15 Worst Films of 2016

You know us —it’s all sunshine and buttercups round here. Almost every other day of the year, we can be found frolicking in the bee-loud glades of cinephilia, delighting in the wonders on display with the unjaded eyes of gurgling infants. But very rarely, we stray to the Dark Side, and today is such a day, one given over to calling out the most ignominious and faith-destroying films of the year so far.

If “best” is subjective, “worst” is just as much so, but with added vitriol. So we’re prepared for a little hate over the inclusion of some of the below (time-pinched trolls may just wish to skip to the comments section now, as we can exclusively *SPOIL* that “Batman v Superman: Dawn of Justice” does indeed figure on this list, and in a high position at that.)

But as much as we regularly fling ourselves in front of bullets for our beloved readers, we literally could not find anyone willing to tackle a few of the titles that our peers suggested might be contenders, including: faith-based flicks “Miracles From Heaven” and “God’s Not Dead 2” (which we avoided partly because those films chose such uninspired titles that the likes of “God’s Not Deader” or “God’s Still Not Dead” or “God: Dead and Lovin’ It!” would have been much more delightful); misbegotten kiddie animation/video game adaptation “Ratchet & Clank“; and the apparently dire “Cabin Fever” remake, which has the dubious distinction of a 0% Rotten Tomatoes rating. Other than that, almost every film that got some sort of a U.S. release since the beginning of January was considered fair game. So these are the 15 worst that we saw, boasting several superheroes, a couple of sequels and, fittingly, more than one prosthetic ballsack. You have been warned.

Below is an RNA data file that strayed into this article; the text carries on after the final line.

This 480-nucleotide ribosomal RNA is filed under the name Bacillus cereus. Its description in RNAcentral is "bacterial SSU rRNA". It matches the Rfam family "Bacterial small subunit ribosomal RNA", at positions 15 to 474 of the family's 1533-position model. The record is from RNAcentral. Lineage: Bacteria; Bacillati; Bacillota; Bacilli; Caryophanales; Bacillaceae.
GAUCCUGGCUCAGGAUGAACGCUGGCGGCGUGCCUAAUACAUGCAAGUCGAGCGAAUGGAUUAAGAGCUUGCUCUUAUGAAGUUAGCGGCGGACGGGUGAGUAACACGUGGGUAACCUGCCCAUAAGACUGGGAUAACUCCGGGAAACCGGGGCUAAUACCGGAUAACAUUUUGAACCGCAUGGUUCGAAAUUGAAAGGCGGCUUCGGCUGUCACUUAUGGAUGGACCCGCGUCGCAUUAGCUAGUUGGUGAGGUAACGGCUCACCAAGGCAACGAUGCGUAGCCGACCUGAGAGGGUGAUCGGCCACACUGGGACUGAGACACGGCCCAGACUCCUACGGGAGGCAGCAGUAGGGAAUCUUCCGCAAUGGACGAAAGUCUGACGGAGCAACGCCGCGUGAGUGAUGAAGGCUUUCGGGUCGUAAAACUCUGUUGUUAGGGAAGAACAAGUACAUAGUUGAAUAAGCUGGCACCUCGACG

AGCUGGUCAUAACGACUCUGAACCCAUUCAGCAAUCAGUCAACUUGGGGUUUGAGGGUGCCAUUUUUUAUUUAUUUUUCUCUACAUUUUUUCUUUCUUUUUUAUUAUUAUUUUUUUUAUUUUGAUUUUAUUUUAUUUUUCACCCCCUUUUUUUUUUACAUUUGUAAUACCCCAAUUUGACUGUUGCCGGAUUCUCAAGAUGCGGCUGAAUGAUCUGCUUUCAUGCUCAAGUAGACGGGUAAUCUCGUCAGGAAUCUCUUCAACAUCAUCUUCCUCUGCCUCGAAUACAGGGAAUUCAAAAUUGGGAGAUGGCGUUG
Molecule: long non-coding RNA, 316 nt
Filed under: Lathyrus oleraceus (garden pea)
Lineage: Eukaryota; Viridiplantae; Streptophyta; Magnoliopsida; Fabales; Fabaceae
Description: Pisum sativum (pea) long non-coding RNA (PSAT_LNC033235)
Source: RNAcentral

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15. “Precious Cargo”
Perhaps, since not a soul saw the outstandingly craptacular “Precious Cargo,” we shouldn’t include it here. But we cannot pass up the opportunity to talk about Mark-Paul Gosselaar‘s tragically hopeful bid for leading man credibility, as well as the script, which was presumably cooked up by a pair of overstimulated 12-year-old boys at camp the summer before they discovered girls. That would explain the forced, tryhard misogyny of the dialogue and plot points which imply only the vaguest understanding of female anatomy or biology, let alone psychology. Also starring Claire Forlani(making this the “Saved by the Bell“/”Press Gang” mash-up you were correct to never want) as a duplicitous sexpot with a line on a cache of diamonds, the biggest name here is actually villain Bruce Willis, who if the blocking of most scenes can be believed, apparently spent no more than 4 hours filming, most of which without his scene partners present. But who can blame him, when directorMax Adams and DP Brandon Cox are apparently intent on lighting and shooting him so he most resembles a Thanksgiving turkey, which is appropriate because his performance is less “phoning it in” than “awaiting slaughter with dead-eyed resignation.” It’s actually pretty hilarious.

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